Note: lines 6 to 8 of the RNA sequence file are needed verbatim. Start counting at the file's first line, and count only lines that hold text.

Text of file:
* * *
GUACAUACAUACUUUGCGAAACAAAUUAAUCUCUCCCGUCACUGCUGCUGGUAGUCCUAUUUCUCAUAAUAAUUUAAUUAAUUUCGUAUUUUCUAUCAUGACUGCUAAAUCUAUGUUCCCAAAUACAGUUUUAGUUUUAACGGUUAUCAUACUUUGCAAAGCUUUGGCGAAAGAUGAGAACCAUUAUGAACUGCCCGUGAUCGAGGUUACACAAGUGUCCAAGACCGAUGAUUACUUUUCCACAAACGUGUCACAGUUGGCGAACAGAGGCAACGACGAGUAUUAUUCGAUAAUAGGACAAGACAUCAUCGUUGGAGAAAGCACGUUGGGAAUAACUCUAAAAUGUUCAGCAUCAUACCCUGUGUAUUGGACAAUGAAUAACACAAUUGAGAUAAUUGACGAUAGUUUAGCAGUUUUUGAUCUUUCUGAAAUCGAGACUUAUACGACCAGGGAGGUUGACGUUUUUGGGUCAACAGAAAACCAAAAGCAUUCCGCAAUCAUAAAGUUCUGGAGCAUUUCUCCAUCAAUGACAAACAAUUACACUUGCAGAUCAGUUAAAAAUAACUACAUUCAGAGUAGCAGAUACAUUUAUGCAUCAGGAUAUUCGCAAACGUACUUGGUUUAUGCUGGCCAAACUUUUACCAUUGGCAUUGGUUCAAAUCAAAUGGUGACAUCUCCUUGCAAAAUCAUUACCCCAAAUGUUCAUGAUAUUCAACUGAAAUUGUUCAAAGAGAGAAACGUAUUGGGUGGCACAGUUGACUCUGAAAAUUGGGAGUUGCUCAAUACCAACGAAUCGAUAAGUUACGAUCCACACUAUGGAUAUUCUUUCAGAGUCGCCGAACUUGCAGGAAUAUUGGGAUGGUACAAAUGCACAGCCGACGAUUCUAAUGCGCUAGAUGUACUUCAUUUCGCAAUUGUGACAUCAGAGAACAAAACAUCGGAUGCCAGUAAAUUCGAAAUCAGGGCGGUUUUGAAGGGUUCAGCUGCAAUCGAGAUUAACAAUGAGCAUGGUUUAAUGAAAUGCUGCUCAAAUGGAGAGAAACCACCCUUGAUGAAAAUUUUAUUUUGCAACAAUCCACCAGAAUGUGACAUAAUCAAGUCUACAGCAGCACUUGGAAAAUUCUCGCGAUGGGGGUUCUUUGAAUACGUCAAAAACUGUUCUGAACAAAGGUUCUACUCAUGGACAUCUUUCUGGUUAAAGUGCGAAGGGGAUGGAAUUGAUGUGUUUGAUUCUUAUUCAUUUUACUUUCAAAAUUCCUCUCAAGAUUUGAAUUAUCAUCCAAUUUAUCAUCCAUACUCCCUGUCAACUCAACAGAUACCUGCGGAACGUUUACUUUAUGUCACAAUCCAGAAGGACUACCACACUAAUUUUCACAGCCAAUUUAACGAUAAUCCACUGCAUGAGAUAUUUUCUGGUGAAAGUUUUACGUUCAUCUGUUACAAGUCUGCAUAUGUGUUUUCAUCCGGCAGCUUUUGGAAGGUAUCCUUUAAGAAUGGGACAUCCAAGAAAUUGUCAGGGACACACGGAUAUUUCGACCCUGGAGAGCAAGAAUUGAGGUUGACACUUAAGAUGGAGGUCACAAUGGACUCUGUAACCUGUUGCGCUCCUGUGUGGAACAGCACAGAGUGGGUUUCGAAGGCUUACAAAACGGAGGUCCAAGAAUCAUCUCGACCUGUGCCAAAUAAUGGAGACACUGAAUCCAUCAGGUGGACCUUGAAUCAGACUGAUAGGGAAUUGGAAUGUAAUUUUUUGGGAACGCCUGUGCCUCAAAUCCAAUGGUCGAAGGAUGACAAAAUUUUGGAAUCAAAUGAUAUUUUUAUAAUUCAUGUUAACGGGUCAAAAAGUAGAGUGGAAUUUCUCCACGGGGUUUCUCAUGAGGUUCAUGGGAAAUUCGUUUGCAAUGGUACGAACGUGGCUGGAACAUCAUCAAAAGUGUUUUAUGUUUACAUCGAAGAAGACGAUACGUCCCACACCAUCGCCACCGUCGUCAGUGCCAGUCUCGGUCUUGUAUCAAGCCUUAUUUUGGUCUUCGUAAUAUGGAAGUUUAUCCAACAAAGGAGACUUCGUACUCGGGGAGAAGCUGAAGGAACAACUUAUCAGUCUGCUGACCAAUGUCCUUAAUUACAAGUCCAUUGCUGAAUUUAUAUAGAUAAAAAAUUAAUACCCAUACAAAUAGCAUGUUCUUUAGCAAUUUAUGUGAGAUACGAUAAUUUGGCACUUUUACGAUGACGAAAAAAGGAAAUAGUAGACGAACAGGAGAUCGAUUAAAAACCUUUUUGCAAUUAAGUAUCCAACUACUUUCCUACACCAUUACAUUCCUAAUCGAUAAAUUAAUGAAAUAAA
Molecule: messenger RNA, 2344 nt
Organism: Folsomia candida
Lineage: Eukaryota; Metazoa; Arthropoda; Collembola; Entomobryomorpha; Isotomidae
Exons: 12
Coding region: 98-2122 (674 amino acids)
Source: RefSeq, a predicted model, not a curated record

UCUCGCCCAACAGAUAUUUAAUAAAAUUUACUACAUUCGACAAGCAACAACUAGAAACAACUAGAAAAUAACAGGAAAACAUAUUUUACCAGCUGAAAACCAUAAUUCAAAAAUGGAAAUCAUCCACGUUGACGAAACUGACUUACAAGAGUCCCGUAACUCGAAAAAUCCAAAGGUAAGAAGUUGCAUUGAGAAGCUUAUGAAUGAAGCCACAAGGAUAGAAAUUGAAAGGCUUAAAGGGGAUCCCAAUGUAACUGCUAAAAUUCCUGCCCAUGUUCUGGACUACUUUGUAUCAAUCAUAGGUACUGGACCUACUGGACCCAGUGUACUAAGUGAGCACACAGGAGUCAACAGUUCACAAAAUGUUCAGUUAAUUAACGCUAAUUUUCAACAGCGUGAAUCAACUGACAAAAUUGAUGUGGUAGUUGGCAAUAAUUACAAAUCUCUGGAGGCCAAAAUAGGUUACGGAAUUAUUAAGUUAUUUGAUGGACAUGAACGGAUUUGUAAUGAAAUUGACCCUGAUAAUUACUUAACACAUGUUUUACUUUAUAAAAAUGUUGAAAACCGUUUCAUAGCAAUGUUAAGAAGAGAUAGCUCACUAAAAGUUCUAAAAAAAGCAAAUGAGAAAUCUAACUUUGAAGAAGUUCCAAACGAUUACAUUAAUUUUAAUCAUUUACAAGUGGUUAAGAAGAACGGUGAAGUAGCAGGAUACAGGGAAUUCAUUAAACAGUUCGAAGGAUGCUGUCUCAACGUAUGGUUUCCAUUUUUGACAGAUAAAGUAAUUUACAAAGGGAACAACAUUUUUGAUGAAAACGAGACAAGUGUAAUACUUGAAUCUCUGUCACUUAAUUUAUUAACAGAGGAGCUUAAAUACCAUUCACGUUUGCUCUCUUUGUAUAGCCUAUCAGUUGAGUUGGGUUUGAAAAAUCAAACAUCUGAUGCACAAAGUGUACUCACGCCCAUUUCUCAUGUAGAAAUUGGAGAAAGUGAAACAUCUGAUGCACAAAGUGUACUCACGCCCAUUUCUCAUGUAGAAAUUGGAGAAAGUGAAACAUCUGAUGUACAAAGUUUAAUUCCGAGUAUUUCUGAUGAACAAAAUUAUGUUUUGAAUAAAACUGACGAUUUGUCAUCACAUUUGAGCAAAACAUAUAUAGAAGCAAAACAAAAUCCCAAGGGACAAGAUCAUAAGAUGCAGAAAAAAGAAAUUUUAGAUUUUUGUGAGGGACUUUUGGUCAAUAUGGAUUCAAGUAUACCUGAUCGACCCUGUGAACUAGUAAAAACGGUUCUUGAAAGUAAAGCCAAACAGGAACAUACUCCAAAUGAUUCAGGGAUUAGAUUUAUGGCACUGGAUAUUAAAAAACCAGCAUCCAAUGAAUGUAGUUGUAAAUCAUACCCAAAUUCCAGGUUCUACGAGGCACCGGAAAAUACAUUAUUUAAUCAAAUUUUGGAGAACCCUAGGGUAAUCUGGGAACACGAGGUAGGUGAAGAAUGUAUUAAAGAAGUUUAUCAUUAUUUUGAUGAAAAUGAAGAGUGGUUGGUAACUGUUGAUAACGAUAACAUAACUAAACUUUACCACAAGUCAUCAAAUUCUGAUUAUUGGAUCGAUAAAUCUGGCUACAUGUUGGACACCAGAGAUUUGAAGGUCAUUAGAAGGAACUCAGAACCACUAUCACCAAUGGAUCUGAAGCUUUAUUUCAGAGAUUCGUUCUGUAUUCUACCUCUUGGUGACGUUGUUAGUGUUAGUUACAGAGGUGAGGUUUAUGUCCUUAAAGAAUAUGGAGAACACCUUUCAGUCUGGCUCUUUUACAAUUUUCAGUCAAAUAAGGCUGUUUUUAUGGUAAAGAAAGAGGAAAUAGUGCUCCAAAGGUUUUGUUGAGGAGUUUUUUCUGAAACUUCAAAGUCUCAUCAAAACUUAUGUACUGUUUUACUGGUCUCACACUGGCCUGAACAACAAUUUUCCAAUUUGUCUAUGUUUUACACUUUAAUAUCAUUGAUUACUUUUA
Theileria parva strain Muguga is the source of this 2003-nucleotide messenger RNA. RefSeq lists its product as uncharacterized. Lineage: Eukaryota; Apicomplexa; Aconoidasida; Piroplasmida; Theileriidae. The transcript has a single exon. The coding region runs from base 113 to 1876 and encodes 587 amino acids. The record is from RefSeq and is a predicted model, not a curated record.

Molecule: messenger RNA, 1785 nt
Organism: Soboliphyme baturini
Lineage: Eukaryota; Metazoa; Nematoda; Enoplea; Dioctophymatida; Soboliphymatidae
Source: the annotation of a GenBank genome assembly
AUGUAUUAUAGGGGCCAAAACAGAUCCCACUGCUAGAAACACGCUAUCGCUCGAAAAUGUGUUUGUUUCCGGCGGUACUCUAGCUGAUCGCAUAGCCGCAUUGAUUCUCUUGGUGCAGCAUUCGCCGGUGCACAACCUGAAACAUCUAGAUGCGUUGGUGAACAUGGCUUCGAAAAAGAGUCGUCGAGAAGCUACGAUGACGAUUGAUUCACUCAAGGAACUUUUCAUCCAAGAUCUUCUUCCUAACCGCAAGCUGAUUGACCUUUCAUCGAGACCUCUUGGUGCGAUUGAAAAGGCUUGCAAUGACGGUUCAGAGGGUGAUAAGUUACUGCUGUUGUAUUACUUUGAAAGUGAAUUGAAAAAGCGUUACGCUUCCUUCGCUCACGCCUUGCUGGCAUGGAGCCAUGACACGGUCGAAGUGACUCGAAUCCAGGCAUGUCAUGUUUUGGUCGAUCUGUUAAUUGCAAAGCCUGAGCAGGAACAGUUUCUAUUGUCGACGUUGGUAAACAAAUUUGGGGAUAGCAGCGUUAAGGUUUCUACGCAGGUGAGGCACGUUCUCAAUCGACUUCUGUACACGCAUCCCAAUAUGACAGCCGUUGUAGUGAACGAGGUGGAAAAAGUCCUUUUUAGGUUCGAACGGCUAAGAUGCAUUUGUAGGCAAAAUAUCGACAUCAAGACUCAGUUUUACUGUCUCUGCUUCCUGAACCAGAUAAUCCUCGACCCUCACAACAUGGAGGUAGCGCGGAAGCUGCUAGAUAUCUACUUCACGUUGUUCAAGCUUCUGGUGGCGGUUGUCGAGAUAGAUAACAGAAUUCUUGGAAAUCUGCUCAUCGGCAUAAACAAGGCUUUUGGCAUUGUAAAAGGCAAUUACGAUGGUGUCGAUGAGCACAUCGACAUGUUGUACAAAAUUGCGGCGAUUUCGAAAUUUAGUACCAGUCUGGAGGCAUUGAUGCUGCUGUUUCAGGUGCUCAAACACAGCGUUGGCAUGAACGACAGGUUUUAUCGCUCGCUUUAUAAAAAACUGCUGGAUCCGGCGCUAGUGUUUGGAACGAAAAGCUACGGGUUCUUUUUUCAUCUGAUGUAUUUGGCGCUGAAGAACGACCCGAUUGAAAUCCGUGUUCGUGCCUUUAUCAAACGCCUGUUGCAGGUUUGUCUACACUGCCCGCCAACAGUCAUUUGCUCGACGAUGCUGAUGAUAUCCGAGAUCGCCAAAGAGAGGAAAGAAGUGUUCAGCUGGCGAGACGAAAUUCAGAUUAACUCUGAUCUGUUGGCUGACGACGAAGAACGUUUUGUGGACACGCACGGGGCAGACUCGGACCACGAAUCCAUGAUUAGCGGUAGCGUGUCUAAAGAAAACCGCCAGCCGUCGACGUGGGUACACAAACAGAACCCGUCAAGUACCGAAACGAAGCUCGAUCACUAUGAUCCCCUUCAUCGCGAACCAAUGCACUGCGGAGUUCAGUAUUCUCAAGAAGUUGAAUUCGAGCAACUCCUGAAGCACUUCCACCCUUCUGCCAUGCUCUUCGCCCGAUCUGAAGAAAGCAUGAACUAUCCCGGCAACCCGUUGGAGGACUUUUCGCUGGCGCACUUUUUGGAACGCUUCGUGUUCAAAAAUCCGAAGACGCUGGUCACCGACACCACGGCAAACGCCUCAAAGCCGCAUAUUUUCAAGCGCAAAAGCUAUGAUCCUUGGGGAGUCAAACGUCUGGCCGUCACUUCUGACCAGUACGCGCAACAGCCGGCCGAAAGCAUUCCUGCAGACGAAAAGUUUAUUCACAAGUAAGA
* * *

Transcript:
Coding region: 98-2122 (674 amino acids)
Source: RefSeq, a predicted model, not a curated record

UCUCGCCCAACAGAUAUUUAAUAAAAUUUACUACAUUCGACAAGCAACAACUAGAAACAACUAGAAAAUAACAGGAAAACAUAUUUUACCAGCUGAAAACCAUAAUUCAAAAAUGGAAAUCAUCCACGUUGACGAAACUGACUUACAAGAGUCCCGUAACUCGAAAAAUCCAAAGGUAAGAAGUUGCAUUGAGAAGCUUAUGAAUGAAGCCACAAGGAUAGAAAUUGAAAGGCUUAAAGGGGAUCCCAAUGUAACUGCUAAAAUUCCUGCCCAUGUUCUGGACUACUUUGUAUCAAUCAUAGGUACUGGACCUACUGGACCCAGUGUACUAAGUGAGCACACAGGAGUCAACAGUUCACAAAAUGUUCAGUUAAUUAACGCUAAUUUUCAACAGCGUGAAUCAACUGACAAAAUUGAUGUGGUAGUUGGCAAUAAUUACAAAUCUCUGGAGGCCAAAAUAGGUUACGGAAUUAUUAAGUUAUUUGAUGGACAUGAACGGAUUUGUAAUGAAAUUGACCCUGAUAAUUACUUAACACAUGUUUUACUUUAUAAAAAUGUUGAAAACCGUUUCAUAGCAAUGUUAAGAAGAGAUAGCUCACUAAAAGUUCUAAAAAAAGCAAAUGAGAAAUCUAACUUUGAAGAAGUUCCAAACGAUUACAUUAAUUUUAAUCAUUUACAAGUGGUUAAGAAGAACGGUGAAGUAGCAGGAUACAGGGAAUUCAUUAAACAGUUCGAAGGAUGCUGUCUCAACGUAUGGUUUCCAUUUUUGACAGAUAAAGUAAUUUACAAAGGGAACAACAUUUUUGAUGAAAACGAGACAAGUGUAAUACUUGAAUCUCUGUCACUUAAUUUAUUAACAGAGGAGCUUAAAUACCAUUCACGUUUGCUCUCUUUGUAUAGCCUAUCAGUUGAGUUGGGUUUGAAAAAUCAAACAUCUGAUGCACAAAGUGUACUCACGCCCAUUUCUCAUGUAGAAAUUGGAGAAAGUGAAACAUCUGAUGCACAAAGUGUACUCACGCCCAUUUCUCAUGUAGAAAUUGGAGAAAGUGAAACAUCUGAUGUACAAAGUUUAAUUCCGAGUAUUUCUGAUGAACAAAAUUAUGUUUUGAAUAAAACUGACGAUUUGUCAUCACAUUUGAGCAAAACAUAUAUAGAAGCAAAACAAAAUCCCAAGGGACAAGAUCAUAAGAUGCAGAAAAAAGAAAUUUUAGAUUUUUGUGAGGGACUUUUGGUCAAUAUGGAUUCAAGUAUACCUGAUCGACCCUGUGAACUAGUAAAAACGGUUCUUGAAAGUAAAGCCAAACAGGAACAUACUCCAAAUGAUUCAGGGAUUAGAUUUAUGGCACUGGAUAUUAAAAAACCAGCAUCCAAUGAAUGUAGUUGUAAAUCAUACCCAAAUUCCAGGUUCUACGAGGCACCGGAAAAUACAUUAUUUAAUCAAAUUUUGGAGAACCCUAGGGUAAUCUGGGAACACGAGGUAGGUGAAGAAUGUAUUAAAGAAGUUUAUCAUUAUUUUGAUGAAAAUGAAGAGUGGUUGGUAACUGUUGAUAACGAUAACAUAACUAAACUUUACCACAAGUCAUCAAAUUCUGAUUAUUGGAUCGAUAAAUCUGGCUACAUGUUGGACACCAGAGAUUUGAAGGUCAUUAGAAGGAACUCAGAACCACUAUCACCAAUGGAUCUGAAGCUUUAUUUCAGAGAUUCGUUCUGUAUUCUACCUCUUGGUGACGUUGUUAGUGUUAGUUACAGAGGUGAGGUUUAUGUCCUUAAAGAAUAUGGAGAACACCUUUCAGUCUGGCUCUUUUACAAUUUUCAGUCAAAUAAGGCUGUUUUUAUGGUAAAGAAAGAGGAAAUAGUGCUCCAAAGGUUUUGUUGAGGAGUUUUUUCUGAAACUUCAAAGUCUCAUCAAAACUUAUGUACUGUUUUACUGGUCUCACACUGGCCUGAACAACAAUUUUCCAAUUUGUCUAUGUUUUACACUUUAAUAUCAUUGAUUACUUUUA